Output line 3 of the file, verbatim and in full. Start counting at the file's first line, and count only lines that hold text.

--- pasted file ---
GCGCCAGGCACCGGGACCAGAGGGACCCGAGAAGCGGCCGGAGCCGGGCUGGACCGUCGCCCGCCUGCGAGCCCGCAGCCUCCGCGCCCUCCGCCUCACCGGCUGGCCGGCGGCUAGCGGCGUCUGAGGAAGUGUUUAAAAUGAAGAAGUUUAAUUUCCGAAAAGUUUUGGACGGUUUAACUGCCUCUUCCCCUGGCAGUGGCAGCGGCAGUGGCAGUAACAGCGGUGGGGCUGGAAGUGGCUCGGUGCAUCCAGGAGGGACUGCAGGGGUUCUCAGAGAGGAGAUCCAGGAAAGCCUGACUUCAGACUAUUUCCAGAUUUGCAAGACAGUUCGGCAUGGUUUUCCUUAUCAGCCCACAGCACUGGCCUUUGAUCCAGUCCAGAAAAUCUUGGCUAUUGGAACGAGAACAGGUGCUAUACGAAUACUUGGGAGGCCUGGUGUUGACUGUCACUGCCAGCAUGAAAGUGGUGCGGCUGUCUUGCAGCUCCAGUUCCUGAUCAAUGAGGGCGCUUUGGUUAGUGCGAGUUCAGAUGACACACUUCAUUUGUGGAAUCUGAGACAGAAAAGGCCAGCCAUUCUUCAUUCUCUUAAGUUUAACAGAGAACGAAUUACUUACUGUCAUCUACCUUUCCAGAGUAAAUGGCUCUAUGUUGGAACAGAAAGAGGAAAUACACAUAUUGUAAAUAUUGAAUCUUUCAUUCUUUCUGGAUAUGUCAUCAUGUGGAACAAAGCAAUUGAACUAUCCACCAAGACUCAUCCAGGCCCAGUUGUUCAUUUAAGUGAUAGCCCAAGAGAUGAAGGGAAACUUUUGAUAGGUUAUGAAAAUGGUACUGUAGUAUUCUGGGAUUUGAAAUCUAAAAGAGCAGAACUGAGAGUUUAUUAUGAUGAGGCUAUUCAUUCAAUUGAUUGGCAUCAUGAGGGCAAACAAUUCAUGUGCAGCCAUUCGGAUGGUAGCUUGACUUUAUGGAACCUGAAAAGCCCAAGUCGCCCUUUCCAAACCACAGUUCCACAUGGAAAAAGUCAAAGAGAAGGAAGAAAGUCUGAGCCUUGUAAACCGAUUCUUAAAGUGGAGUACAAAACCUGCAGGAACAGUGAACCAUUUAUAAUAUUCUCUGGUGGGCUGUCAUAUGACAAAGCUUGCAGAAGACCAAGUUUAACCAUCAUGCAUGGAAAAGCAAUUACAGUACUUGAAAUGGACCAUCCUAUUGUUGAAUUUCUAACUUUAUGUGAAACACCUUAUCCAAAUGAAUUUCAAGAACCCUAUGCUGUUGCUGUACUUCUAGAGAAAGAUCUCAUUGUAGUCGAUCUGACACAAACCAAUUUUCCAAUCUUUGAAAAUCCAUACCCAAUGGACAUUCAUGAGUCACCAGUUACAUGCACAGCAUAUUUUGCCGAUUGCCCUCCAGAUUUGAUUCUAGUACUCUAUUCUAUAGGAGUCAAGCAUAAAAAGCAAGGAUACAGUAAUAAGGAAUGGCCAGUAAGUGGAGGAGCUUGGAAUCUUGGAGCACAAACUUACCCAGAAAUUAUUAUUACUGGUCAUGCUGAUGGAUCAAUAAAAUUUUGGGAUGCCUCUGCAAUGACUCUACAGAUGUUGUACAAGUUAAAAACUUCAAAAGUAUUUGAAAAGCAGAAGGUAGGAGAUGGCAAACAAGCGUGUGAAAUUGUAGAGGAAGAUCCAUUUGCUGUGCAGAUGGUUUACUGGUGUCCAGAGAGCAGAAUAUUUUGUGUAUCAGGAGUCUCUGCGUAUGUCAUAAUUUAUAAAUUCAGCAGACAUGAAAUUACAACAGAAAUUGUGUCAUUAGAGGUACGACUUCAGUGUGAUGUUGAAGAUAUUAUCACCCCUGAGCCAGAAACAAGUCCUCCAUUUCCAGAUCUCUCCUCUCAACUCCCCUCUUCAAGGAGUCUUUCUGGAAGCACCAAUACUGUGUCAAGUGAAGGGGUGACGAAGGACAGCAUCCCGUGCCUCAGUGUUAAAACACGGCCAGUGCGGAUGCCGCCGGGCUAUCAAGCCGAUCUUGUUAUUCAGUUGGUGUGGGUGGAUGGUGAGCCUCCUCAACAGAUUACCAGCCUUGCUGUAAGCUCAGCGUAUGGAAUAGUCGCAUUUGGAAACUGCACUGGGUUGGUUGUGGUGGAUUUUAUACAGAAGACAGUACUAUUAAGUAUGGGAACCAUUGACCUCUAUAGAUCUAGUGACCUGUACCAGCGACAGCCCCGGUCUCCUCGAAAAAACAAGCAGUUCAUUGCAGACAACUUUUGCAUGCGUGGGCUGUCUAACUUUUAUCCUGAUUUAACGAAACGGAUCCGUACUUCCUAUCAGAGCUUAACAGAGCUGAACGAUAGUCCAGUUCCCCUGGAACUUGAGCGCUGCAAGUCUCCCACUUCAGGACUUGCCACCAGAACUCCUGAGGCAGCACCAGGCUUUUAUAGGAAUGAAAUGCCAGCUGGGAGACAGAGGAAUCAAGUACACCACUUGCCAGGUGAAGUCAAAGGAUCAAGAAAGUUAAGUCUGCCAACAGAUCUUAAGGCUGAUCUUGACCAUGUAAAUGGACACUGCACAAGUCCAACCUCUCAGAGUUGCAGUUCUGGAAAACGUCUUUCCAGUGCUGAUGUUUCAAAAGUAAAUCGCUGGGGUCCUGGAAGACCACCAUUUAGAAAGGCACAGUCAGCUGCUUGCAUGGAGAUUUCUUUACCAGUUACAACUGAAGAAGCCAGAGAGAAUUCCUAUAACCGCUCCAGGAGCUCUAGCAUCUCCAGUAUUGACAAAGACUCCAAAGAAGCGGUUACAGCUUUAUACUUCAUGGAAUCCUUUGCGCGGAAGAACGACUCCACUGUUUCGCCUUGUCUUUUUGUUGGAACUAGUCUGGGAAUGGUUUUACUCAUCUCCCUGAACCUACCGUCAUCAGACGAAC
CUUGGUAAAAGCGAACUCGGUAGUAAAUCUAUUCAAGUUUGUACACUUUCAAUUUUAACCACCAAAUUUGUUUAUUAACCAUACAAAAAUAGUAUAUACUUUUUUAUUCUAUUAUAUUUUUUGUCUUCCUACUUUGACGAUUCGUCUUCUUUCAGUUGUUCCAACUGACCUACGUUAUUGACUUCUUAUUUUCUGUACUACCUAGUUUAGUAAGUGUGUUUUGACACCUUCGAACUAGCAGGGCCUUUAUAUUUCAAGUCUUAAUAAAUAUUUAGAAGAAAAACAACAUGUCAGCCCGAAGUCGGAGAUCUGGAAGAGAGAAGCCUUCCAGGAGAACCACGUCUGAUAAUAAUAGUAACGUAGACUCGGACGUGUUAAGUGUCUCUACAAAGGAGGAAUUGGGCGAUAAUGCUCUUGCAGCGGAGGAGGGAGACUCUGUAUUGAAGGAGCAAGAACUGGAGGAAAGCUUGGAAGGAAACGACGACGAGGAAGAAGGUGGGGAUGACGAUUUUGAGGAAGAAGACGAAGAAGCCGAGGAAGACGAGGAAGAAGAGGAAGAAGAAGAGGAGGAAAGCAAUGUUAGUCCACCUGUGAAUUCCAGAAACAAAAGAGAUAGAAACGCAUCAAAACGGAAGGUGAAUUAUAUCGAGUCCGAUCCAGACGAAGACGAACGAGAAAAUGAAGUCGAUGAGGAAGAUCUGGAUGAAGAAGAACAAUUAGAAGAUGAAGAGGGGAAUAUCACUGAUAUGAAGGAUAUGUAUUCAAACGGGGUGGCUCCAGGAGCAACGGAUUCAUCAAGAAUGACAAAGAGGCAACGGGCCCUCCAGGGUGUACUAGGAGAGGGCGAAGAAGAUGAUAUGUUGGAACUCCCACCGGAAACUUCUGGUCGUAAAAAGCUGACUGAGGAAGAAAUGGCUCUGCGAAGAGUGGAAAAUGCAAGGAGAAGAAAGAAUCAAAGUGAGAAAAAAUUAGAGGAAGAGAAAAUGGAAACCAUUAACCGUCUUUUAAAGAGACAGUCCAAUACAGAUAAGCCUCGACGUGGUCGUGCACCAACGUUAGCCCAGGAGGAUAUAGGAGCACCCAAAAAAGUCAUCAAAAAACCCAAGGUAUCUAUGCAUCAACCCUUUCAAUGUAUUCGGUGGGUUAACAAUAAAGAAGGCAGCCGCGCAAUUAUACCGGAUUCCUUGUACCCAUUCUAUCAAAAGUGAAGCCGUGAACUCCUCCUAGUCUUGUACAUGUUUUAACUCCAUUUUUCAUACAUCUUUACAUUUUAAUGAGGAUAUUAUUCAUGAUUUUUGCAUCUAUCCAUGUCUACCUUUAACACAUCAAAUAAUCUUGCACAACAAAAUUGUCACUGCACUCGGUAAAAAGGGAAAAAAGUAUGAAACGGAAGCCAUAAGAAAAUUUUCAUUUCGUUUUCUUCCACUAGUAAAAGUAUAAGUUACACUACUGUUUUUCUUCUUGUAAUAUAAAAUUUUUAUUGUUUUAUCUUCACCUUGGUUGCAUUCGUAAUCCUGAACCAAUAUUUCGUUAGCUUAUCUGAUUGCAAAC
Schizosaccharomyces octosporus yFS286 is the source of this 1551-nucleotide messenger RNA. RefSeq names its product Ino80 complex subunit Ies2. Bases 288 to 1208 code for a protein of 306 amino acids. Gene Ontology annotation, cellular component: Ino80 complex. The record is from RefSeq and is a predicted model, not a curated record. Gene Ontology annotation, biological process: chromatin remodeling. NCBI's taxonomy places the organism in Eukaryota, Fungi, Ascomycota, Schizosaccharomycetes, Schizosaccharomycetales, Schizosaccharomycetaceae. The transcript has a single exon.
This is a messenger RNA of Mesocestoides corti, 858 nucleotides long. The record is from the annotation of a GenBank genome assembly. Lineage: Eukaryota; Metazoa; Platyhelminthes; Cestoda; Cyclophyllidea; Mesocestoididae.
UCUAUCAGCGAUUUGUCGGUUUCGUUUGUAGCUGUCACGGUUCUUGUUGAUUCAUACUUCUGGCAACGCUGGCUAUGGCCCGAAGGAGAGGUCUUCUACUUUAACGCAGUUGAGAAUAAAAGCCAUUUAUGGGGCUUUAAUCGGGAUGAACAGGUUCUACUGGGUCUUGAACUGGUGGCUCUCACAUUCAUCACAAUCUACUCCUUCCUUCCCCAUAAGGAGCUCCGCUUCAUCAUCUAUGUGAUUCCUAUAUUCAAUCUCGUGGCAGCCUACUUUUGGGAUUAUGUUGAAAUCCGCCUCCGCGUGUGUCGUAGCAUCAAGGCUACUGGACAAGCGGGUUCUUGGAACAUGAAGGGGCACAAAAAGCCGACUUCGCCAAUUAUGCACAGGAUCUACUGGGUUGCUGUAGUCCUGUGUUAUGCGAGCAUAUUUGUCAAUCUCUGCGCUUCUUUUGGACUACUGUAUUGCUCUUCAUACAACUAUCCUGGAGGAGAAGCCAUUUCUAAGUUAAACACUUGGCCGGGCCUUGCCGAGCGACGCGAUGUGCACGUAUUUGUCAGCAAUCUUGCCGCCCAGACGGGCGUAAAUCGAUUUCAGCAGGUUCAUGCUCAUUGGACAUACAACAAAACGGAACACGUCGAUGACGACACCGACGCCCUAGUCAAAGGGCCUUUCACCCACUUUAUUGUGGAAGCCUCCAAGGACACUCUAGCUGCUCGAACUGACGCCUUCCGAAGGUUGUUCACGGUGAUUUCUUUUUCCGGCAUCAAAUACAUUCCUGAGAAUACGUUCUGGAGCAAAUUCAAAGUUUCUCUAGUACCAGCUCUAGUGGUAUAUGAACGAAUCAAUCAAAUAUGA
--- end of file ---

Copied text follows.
Schizosaccharomyces octosporus yFS286 is the source of this 1551-nucleotide messenger RNA. RefSeq names its product Ino80 complex subunit Ies2. Bases 288 to 1208 code for a protein of 306 amino acids. Gene Ontology annotation, cellular component: Ino80 complex. The record is from RefSeq and is a predicted model, not a curated record. Gene Ontology annotation, biological process: chromatin remodeling. NCBI's taxonomy places the organism in Eukaryota, Fungi, Ascomycota, Schizosaccharomycetes, Schizosaccharomycetales, Schizosaccharomycetaceae. The transcript has a single exon.